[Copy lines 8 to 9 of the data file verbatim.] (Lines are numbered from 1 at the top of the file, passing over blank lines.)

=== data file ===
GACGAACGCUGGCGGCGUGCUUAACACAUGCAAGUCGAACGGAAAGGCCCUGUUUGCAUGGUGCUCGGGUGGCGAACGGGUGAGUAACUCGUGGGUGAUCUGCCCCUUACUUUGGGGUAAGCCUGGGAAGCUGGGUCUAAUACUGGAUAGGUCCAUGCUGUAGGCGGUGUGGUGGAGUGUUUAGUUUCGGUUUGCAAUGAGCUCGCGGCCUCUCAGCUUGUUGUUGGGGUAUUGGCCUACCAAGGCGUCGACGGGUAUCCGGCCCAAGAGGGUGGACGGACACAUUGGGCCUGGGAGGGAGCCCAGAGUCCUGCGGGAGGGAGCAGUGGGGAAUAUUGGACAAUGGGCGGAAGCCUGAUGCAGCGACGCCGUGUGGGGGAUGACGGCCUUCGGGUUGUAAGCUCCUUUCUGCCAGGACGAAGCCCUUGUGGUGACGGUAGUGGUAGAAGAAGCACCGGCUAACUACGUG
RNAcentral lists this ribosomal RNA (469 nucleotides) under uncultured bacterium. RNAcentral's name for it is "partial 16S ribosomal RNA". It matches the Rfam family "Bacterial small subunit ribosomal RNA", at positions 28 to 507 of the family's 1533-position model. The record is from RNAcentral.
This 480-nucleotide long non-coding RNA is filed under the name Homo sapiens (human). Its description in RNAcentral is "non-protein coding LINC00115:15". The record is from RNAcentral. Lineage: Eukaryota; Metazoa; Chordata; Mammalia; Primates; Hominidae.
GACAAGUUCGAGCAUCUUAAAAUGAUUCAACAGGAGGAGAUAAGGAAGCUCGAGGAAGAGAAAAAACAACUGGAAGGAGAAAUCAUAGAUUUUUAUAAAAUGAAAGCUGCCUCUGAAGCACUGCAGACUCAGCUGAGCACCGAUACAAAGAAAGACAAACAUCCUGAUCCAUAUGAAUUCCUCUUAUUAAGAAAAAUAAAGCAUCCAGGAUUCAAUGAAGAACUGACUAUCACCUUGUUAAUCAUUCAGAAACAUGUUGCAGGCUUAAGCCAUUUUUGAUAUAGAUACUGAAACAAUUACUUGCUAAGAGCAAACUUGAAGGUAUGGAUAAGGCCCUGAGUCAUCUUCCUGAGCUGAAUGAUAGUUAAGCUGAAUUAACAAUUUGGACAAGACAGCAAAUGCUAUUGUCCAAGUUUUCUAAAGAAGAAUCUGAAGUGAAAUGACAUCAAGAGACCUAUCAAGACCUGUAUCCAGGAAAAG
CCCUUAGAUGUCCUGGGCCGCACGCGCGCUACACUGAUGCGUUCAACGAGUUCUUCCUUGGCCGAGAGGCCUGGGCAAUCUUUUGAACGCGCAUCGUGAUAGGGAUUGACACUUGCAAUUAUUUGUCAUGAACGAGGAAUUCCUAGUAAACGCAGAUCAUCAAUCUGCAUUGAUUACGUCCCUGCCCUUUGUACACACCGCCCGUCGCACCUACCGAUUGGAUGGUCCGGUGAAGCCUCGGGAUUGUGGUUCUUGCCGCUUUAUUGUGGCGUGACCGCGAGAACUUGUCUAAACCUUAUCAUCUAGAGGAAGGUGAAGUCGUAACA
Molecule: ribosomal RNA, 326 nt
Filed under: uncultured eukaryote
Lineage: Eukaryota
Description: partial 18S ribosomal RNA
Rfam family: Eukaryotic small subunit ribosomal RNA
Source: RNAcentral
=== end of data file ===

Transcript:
Lineage: Eukaryota
Description: partial 18S ribosomal RNA